Then I found this piece of information below regarding taking both CC and PC. I have been also reading information on the Vulva Pain Foundation. The chairperson gave a very informative talk to the ICN. Very interesting reading.

              A total of 18 postmenopausal women without stones underwent a randomized trial of 4 phases comprised of 2 weeks of treatment with placebo, calcium citrate (400 mg calcium twice daily), potassium citrate (20 mEq twice daily), and calcium citrate and potassium citrate (at same doses). During the last 2 days of each phase urine was collected in 24-hour pools for complete stone risk analysis.


              Compared to placebo, calcium citrate increased urinary calcium and citrate but decreased urinary oxalate and phosphate. Urinary saturation of calcium oxalate, bru****e and undissociated uric acid did not change. Potassium citrate decreased urinary calcium, and increased urinary citrate and pH. It decreased urinary saturation of calcium oxalate and undissociated uric acid, and did not change the saturation of bru****e. When calcium citrate was combined with potassium citrate, urinary calcium remained high, urinary citrate increased even further and urinary oxalate remained reduced from the calcium citrate alone, thereby marginally decreasing the urinary saturation of calcium oxalate. Urinary pH increased, decreasing urinary undissociated uric acid. The increase in pH increased the saturation of bru****e despite the decrease in urinary phosphorus.


              Calcium citrate supplementation does not increase the risk of stone formation in healthy postmenopausal women. The co-administered potassium citrate may provide additional protection against formation of uric acid and calcium oxalate stones.
              I am looking into this. I will post any other info that I find.
              Jodi B


              • #37
                Hi anyone on this forum that lives in Sydney? Raj


                • #38
                  This thread was started six years ago --- at least several of the people haven't visited the forums for a long time. I hope you will get some answers.

                  Stay safe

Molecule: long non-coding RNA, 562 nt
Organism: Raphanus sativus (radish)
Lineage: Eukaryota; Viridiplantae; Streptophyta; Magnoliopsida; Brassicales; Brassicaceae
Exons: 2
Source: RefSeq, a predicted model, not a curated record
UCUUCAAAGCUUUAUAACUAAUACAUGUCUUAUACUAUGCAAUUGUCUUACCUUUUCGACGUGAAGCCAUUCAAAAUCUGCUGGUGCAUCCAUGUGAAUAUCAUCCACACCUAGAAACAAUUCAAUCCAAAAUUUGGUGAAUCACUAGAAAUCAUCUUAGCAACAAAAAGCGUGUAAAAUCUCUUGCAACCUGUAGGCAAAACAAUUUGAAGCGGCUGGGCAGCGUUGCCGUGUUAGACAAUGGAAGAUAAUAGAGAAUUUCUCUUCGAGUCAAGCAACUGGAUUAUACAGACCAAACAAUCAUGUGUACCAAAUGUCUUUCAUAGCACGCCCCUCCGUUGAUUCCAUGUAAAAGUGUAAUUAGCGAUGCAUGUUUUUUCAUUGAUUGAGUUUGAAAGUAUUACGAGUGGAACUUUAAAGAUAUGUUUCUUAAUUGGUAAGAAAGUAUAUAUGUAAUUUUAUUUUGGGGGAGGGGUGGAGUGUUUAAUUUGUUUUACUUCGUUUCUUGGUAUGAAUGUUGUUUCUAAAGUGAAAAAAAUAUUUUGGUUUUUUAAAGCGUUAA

Elmiron Eye Disease Information Center -
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                  Click on ICN Shop at the top of this page. You'll find Bladder Builder and Bladder Rest, both of which we are finding have excellent results.

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                  I am not a medical authority nor do I offer medical advice. In all cases, I strongly encourage you to discuss your medical treatment with your personal medical care provider. Only they can, and should, give medical recommendations to you.

                  Anyone who says something is foolproof hasn't met a determined fool


                  • #39
                    I have had definite results with calcium citrate!! I, too, was afraid of the word, citrate, but my fears were unfounded and I wish I had started taking it sooner!! I no longer need to take Lyrica! Another huge plus is that it helped my Crohns! I tend toward diarrhea, so when the calcium citrate helped to slow my transit time, I was thrilled!! Please don't let the name scare you! It worked wonders for me! 😊
                    Health History Past 10yrs :

                    Chronic Yeast Infections
                    Vaginal atrophy
                    Finally Diagnosed with IC (potassium test)
                    in February 2007 :woohoo:

                    Current Meds & Methods:

                    Elavil nightly for pain
                    Lyrica as needed for pain
                    IC Diet
                    Vagifem twice weekly


                    • #40
                      Re: Calcium Citrate ....

                      I'm not an expert but have read and been told that "citrates" actually turn alkaline in your system, so though the name implies "Citrus Fruit" it's not the same thing. I take 1 Potassium Citrate and have not noticed any significant change.